The Financial Group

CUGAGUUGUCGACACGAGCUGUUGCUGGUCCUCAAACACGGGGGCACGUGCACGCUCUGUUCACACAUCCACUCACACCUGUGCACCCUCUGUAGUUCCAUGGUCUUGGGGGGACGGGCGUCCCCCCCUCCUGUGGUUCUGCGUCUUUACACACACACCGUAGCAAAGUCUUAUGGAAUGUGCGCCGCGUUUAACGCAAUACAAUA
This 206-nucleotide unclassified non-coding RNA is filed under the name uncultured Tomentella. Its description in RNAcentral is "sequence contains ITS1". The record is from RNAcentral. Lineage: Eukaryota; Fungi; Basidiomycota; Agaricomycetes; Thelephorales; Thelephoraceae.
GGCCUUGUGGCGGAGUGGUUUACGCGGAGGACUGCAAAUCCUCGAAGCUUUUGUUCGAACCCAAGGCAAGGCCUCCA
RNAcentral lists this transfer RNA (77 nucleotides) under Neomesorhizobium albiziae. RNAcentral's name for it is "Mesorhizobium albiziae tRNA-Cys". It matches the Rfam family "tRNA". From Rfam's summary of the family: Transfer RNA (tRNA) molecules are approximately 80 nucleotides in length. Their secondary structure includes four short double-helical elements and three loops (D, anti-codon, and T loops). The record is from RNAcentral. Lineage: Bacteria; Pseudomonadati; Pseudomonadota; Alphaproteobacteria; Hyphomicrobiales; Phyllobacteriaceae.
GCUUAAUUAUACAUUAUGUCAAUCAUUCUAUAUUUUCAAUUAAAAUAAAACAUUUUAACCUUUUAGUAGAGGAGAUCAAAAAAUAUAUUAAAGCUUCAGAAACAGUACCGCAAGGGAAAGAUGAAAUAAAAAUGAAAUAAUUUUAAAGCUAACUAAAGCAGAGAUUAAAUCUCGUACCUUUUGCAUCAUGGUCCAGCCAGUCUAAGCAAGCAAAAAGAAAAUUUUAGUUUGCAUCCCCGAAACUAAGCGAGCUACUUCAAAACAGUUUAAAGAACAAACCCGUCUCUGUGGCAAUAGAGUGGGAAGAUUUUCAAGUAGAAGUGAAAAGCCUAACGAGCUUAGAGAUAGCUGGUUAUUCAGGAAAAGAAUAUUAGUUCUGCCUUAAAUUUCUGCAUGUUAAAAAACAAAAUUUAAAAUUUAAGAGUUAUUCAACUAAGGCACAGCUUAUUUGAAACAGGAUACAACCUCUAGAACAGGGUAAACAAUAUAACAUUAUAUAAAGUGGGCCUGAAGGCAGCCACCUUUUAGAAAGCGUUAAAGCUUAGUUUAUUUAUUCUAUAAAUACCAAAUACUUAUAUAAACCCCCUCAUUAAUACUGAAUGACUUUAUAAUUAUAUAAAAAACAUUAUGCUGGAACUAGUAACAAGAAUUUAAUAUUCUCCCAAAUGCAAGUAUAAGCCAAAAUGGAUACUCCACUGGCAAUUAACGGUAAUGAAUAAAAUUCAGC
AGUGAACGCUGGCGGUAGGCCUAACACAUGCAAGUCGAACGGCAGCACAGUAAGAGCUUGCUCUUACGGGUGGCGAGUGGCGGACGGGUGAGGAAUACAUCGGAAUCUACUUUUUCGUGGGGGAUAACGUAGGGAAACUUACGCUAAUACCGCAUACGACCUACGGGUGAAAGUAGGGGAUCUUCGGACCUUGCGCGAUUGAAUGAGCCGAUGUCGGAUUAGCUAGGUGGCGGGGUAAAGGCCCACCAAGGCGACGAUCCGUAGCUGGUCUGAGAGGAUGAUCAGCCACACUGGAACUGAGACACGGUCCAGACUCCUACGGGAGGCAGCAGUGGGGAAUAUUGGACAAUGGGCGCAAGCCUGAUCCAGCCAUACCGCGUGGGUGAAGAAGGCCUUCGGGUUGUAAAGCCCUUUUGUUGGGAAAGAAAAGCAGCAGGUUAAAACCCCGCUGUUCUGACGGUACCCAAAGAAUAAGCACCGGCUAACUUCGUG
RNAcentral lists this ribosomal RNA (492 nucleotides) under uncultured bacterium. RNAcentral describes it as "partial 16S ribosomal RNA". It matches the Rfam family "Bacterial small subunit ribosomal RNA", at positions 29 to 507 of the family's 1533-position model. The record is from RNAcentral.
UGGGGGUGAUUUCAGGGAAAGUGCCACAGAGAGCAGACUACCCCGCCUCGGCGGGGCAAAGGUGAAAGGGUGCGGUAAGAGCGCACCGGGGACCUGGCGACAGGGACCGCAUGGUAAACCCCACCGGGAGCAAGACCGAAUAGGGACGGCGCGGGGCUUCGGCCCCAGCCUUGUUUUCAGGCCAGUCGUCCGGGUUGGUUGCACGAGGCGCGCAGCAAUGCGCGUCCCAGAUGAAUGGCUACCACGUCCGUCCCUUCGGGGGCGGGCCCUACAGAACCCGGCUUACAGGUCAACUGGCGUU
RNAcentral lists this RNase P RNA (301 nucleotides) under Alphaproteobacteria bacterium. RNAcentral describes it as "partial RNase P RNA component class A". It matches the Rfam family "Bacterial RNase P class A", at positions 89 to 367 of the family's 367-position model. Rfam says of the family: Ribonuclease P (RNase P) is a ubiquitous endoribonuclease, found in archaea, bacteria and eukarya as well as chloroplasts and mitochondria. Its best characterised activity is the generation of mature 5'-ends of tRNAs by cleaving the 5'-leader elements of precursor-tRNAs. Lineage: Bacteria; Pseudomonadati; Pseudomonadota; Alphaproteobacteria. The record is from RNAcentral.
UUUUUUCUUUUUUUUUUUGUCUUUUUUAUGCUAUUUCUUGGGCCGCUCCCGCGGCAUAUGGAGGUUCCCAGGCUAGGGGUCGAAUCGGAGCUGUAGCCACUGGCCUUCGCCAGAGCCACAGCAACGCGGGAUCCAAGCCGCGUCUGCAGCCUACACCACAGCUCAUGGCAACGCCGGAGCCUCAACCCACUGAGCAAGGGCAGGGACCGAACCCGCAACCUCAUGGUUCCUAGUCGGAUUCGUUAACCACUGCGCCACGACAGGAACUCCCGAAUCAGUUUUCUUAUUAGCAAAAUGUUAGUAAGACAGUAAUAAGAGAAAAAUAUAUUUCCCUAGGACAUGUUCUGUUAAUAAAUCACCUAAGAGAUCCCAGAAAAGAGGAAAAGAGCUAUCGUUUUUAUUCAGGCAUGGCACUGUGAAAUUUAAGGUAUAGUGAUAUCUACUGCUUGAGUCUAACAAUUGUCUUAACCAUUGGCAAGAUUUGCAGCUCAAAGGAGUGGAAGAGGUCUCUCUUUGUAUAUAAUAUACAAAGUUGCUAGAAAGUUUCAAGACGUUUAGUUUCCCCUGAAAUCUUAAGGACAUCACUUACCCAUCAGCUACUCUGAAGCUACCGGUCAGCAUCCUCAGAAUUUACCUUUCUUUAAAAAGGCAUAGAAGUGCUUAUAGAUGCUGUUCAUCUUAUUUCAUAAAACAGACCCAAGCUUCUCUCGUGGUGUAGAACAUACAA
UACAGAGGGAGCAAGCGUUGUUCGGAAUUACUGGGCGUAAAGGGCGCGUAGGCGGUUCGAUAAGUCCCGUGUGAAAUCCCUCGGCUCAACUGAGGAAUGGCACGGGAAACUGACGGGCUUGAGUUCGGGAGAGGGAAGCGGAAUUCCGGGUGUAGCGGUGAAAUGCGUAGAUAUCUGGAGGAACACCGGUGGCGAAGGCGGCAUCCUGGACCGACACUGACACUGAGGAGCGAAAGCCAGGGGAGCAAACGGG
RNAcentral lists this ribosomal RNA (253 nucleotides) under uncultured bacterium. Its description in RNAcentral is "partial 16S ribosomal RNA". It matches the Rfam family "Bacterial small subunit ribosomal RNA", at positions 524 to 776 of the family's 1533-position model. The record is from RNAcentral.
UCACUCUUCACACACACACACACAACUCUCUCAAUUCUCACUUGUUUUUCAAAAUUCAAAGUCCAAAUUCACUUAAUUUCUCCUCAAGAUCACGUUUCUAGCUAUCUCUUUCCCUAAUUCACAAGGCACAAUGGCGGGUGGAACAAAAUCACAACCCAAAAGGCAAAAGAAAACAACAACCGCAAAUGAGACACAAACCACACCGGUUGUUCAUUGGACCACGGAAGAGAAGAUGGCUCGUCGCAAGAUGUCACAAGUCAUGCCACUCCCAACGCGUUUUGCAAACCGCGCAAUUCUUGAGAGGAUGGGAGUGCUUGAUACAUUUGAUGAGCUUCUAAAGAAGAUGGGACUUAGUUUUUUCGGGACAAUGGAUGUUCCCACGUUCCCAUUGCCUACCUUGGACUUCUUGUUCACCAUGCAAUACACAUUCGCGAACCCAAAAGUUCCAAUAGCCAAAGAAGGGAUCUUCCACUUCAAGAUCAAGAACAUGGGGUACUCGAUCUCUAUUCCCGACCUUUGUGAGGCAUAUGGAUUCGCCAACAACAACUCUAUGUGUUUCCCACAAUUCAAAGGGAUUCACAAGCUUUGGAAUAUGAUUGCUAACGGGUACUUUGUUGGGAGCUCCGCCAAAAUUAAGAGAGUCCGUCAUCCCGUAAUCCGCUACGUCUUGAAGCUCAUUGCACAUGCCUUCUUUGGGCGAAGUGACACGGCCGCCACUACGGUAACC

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THE EDUCATION SECTION Every month we look at a particular financial topic in a little more detail. This month it is Inheritance Tax (IHT). ____________________________ Inheritance   tax   (IHT)   has   traditionally   been   seen   as   a   tax   only   for   the   very   wealthy.   However,   with   a threshold   of   £325,000   (£650,000   for   married   couples   and   civil   partners)   and   the   price   of   houses   still relatively   high,   even   after   recent   corrections,   more   and   more   people   are   finding   themselves   caught   in the   net.   This   could   lead   to   many   people   having   to   sell   long-held   family   heirlooms   or   investment   assets to meet tax bills that a little bit of planning could help avoid . This   guide   is   designed   to   help   you   through   the   maze   of   IHT,   outlining   who   needs   to   be   concerned, explaining   how   it   works   and   introducing   some   of   the   allowances   you   can   use   to   help   mitigate   its   effects on your Estate. If you would like to discuss any of the points raised, please do not hesitate to contact us . Key points IHT (in a different guise) was first introduced in 1796 By 1857 Estates over £20 were taxable Estate Duty was replaced in 1975 by Capital Transfer Tax (CTT) CTT was renamed Inheritance Tax in 1986 The   first   £325,000   of   an   individuals   Estate   -   known   as   the   Nil   Rate   Band   (NRB)   -   is   not   tax   free   -   it   is simply taxed at 0% What is the IHT? Inheritance   tax   is   payable   when   someone   transfers   ownership   of   their   assets,   usually   on   death.   Each   individual   is entitled   to   a   nil   rate   band,   under   which   no   inheritance   tax   is   payable.   Traditionally,   very   few   Estates   have exceeded this nil rate band. However,   despite   recent   corrections,   the   house   price   boom   of   recent   years   has   pushed   more   people   into   the   IHT net.   Alongside   IS As,   death-in-service   benefit   ( unless   written   Trust ) ,   foreign   ho mes   or   less   obvious   assets   such   as paintings   or   cars,   this   has   boosted   the   value   of   an   average   Estate.   Indeed,   even   after   the   housing   market   started to fall in 2007, the Treasury's 2008/09 receipts from IHT payments were still up 20% on 2002/03 The   tax   rate   for   all   assets   over   the   nil   rate   band   is   40%   so   it   is   possible   to   build   up   a   large   bill   quickly.   Also, inheritance tax becomes payable relatively quickly. It is due six months after the end of the month of death. This   does   not   give   the   administrators   much   time   to,   say,   sell   a   house,   or   liquidate   other   assets   if   that   is necessary.   With   that   in   mind,   if   you   unexpectedly   find   your   estate   now   exceeds   the   taxman's   limits,   what   can   you do? Gifts & Exemptions. Although   the   Government   closed   many   of   the   loopholes   on   inheritance   tax   in   the   2006   budget,   a   number   of exemptions   and   allowances   do   remain.   Where   possible,   you   should   aim   to   maximise   use   of   these   exemptions   and allowances   if   you   wish   to   pass   as   much   of   your   hard-earned   cash   onto   your   heirs   as   possible.   For   more   info   click here . Taking practical steps! You   can   take   some   basic   steps   to   ensure   that   you   make   full   yet   practical   use   of   your   allowances   and   exemptions. Planning ahead is very important and, if in doubt, always take professional advice. Step One - the basics Making   a   Will   is   vital.   If   you   die   'intestate'   (without   a   Will),   your   Estate   will   be   divided   up   according   to   the rules of intestacy. Click here  to see a flowchart of how the rules of intestacy work in practice. This   is   particularly   important   if   you   are   not   married,   because   you   would   be   unlikely   to   inherit   a   'common law' partner's money, or even their share of your house. For   example,   under   the   laws   of   England   &   Wales   (the   Administration   of   Estate   Act   1925),   your   legal   spouse or   civil   partner,   along   with   the   personal   chattels,   receives   £250,000   and   a   life   interest   in   half   the   remainder of   the   estate   and   your   children   will   get   the   balance   at   18.   If   you   have   no   children,   £450,000   plus   half   the remainder   passes   to   your   spouse/civil   partner   with   the   chattels   and   the   remainder   to   your   parents   or siblings.   If   you   have   no   spouse/civil   partner,   it   will   pass   to   your   parents   or   then   your   siblings.   If   you   have no legally recognised family, it goes straight to the Crown. Step Two - use your allowances The   basic   allowances   available   have   already   been   briefly   outlined.   Considering   how   you   can   use   these   in advance will help you manage the assets and any cash flow associated with a 'pattern of giving'. In addition,   if   you   can   start   giving   away   some   of   your   assets   as   PETs   when   you   are   still   in   robust   health   and likely to live another seven years, it will save you worry later on. Step Three - using Trusts Trusts   have   long   been   viewed   as   an   easy   way   to   brush   off   an   inheritance   tax   liability.   If   this   were   ever   the case,   it   certainly   was   not   after   the   2006   Budget.   This   closed   down   many   of   the   tax   planning   opportunities for   investors   and   under   the   new   regime,   interest   in   possession   (IIP)   trusts   and   accumulation   &   maintenance (A&M) trusts became subject to the same IHT treatment as discretionary trusts. Transfers   into   most   IIP   and   A&M   trusts   over   the   donor's   nil   rate   band   are   subject   to   an   up-front   20%   IHT charge.   These   trusts   are   also   liable   to   a   periodic   charge   of   up   to   6%   every   10   years   and   an   'exit'   charge when   funds   are   taken   out   of   the   trust.   However,   despite   their   diminished   tax   advantages,   these   trusts   are still useful because they allow for the 'regeneration' of the nil rate band every seven years. Step Four - consider life assurance Life   assurance   can   be   a   useful   way   to   accumulate   enough   money   to   pay   your   inheritance   tax   bill   and,   when placed   in   trust   (and   funded   from   regular   income   as   part   of   a   'pattern   of   giving'),   is   also   free   from inheritance   tax.   This   means   that   you   do   not   create   an   additional   IHT   burden,   because   the   trust   keeps   that lump sum payment out of your estate.   This   can   be   particularly   useful   from   a   liquidity   point   of   view,   as   the   lump   sum   will   be   readily   available   to your beneficiaries to pay the taxes while the estate itself is being unwound.   Another IHT planning tool Discounted Gift Plans (DGTs) Discounted   gift   plans   are   basically   investment   bonds,   wrapped   in   a   trust,   designed   to   minimise,   although not   eliminate,   IHT   liabilities.   You   can   put   a   lump   sum   into   a   plan   and   then   take   up   to   5%   of   the   capital   out tax-free each year. At   the   point   at   which   you   put   money   into   the   plan,   a   designated   discount   rate   decides   how   long   you   are likely   to   live,   how   many   years   the   5%   is   likely   to   be   paid   out   and   therefore   how   much   of   the   trust   is   'yours' and forms part of your estate. The   remaining   assets,   including   any   growth,   are   free   from   tax   providing   you   survive   seven   years.   However, these   schemes   do   depend   on   having   disposable   cash,   a   need   for   income   and   a   reasonable   expectation   of surviving the full seven years. Summary Inheritance   tax   is   perhaps   no   longer   quite   the   ‘voluntary’   tax   it   was   once   considered.   However,   careful planning   to   ensure   you   take   advantage   of   all   the   allowances   and   reliefs   available   could   save   you   a   lot   of money relatively easily. It is never too early to start. ___________________________ As always, p lease do not hesitate to contact us  if you would like further details or information.